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How to Make a Pharaoh's Snake Firework

Pharaoh's snakes or Pharaoh's serpents are a type of small firework in which a lighted tablet exudes smoke and ash in a growing column which resembles a snake. The modern version of this firework is the non-toxic black snake. Pharaoh's snakes produce a more spectacular display, but they are toxic so this firework is only produced as a chemistry demonstration.
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Ostrich Egg Shells

The broken pieces of ostrich egg shells (often abbreviated OES in the literature) are commonly found on Middle and Upper Paleolithic sites throughout the world: at the time ostriches were much more widespread than they are today, and indeed were one of several megafaunal species which experienced mass extinctions at the end of the Pleistocene.
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Academy Awards Trivia and Interesting Facts

Whether you're a classic movie buff or a blockbuster film fanatic, the yearly Academy Awards is likely to be a big deal for you and your friends. At your next Oscars party, test everyone's knowledge with trivia questions on the award ceremony's history and fun, little-known facts. The Very First Oscar Winner The first person to receive an Academy Award did not even attend the first Academy Awards ceremony.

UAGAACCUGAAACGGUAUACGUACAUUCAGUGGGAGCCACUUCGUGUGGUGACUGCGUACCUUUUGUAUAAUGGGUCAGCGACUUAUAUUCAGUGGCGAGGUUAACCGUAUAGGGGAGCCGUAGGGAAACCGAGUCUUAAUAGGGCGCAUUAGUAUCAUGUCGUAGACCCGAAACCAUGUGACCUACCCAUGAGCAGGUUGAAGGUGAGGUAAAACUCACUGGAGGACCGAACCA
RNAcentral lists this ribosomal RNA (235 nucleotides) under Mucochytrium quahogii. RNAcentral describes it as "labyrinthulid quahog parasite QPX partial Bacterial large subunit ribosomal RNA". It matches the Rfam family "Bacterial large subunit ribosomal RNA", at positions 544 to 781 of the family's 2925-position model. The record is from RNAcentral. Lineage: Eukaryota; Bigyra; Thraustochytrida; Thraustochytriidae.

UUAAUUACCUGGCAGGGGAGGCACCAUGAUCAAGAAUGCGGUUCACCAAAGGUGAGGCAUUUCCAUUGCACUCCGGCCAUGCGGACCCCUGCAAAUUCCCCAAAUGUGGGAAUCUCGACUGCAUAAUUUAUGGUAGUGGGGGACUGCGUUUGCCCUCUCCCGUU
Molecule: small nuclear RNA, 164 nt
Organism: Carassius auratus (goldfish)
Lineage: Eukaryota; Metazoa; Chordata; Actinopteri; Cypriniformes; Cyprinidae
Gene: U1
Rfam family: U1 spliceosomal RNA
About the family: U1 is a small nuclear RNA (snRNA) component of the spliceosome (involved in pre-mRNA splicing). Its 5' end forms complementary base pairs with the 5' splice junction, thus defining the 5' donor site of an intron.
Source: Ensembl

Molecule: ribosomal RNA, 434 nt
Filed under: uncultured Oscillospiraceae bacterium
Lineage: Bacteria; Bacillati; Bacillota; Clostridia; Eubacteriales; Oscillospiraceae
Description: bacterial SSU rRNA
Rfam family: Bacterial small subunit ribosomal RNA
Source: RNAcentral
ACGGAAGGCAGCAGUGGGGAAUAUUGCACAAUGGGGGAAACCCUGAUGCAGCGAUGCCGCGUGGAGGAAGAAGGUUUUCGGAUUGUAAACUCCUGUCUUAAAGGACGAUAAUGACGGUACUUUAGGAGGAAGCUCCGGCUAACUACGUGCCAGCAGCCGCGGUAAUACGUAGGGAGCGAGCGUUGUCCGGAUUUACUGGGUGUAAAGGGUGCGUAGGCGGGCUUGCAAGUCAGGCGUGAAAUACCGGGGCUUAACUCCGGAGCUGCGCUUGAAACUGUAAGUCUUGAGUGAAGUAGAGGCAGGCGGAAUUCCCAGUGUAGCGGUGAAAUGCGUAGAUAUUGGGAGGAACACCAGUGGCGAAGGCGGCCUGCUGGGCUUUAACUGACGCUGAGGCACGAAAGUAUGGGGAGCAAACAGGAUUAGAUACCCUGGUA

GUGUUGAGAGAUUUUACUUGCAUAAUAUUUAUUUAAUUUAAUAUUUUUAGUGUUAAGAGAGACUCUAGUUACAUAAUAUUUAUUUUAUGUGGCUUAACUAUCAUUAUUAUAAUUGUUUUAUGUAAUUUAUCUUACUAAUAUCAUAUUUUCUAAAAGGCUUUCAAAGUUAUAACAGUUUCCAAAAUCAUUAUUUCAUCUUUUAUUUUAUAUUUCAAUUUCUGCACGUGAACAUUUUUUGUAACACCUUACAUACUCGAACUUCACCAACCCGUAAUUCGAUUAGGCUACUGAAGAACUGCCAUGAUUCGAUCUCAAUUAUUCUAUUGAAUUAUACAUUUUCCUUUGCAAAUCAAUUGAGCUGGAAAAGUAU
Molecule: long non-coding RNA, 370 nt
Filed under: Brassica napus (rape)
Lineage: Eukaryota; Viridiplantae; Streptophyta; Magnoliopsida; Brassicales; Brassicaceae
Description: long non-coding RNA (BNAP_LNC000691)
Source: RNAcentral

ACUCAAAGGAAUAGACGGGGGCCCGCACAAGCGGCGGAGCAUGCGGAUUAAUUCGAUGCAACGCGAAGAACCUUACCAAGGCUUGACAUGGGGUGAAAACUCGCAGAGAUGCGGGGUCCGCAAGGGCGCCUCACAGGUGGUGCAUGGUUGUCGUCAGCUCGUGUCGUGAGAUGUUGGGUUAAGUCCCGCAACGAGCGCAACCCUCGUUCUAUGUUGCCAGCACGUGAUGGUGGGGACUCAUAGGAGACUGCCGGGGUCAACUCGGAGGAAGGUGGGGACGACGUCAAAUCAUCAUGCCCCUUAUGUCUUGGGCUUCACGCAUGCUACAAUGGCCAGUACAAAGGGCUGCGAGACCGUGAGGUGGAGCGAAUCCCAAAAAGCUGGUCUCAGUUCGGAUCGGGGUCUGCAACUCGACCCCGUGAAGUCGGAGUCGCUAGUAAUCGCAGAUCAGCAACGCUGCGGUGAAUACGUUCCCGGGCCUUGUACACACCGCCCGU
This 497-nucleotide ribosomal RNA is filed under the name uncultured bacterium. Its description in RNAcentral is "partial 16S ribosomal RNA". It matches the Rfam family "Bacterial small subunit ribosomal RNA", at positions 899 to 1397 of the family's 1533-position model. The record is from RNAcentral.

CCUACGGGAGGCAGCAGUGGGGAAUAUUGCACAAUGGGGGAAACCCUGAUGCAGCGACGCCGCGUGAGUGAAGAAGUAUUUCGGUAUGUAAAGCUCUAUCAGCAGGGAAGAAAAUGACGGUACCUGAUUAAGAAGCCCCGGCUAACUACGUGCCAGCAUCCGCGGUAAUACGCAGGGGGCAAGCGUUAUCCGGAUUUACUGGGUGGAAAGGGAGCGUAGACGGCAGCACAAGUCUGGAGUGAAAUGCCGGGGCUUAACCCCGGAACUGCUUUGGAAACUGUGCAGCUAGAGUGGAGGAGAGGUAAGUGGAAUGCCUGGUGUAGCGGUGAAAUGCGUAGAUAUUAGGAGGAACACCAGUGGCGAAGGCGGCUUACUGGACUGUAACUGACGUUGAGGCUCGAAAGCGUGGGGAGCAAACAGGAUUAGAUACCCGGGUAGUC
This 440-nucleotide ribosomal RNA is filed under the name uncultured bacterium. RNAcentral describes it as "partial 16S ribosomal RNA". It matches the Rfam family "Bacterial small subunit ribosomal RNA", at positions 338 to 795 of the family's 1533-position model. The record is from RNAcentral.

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Literary Timeline of the Harlem Renaissance

The Harlem Renaissance is a period in American History marked by an explosion of expression by African-American and Caribbean writers, visual artists and musicians. Established and supported by organizations such as the National Association for the Advancement of Colored People (NAACP) and the National Urban League (NUL), Harlem Renaissance artists explored themes such as legacy, racism, oppression, alienation, rage, hope and pride through the creation of novels, essays, plays, and poetry.
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Battle of Pharwala, 15 March 1519

Battle of Pharwala, 15 March 1519The battle of Pharwala (15 March 1519) saw Babur capture a strong fortress held by the Gakhar tribe. The Gakhars ruled a large part of the northern Punjab from strongholds on the flanks of the mountains east of Rawalpindi. Pharwala (Parhala in Babur& 39;s memoirs) itself is about 25 miles to the east of Rawalpindi, and was described in some detail by Babur.
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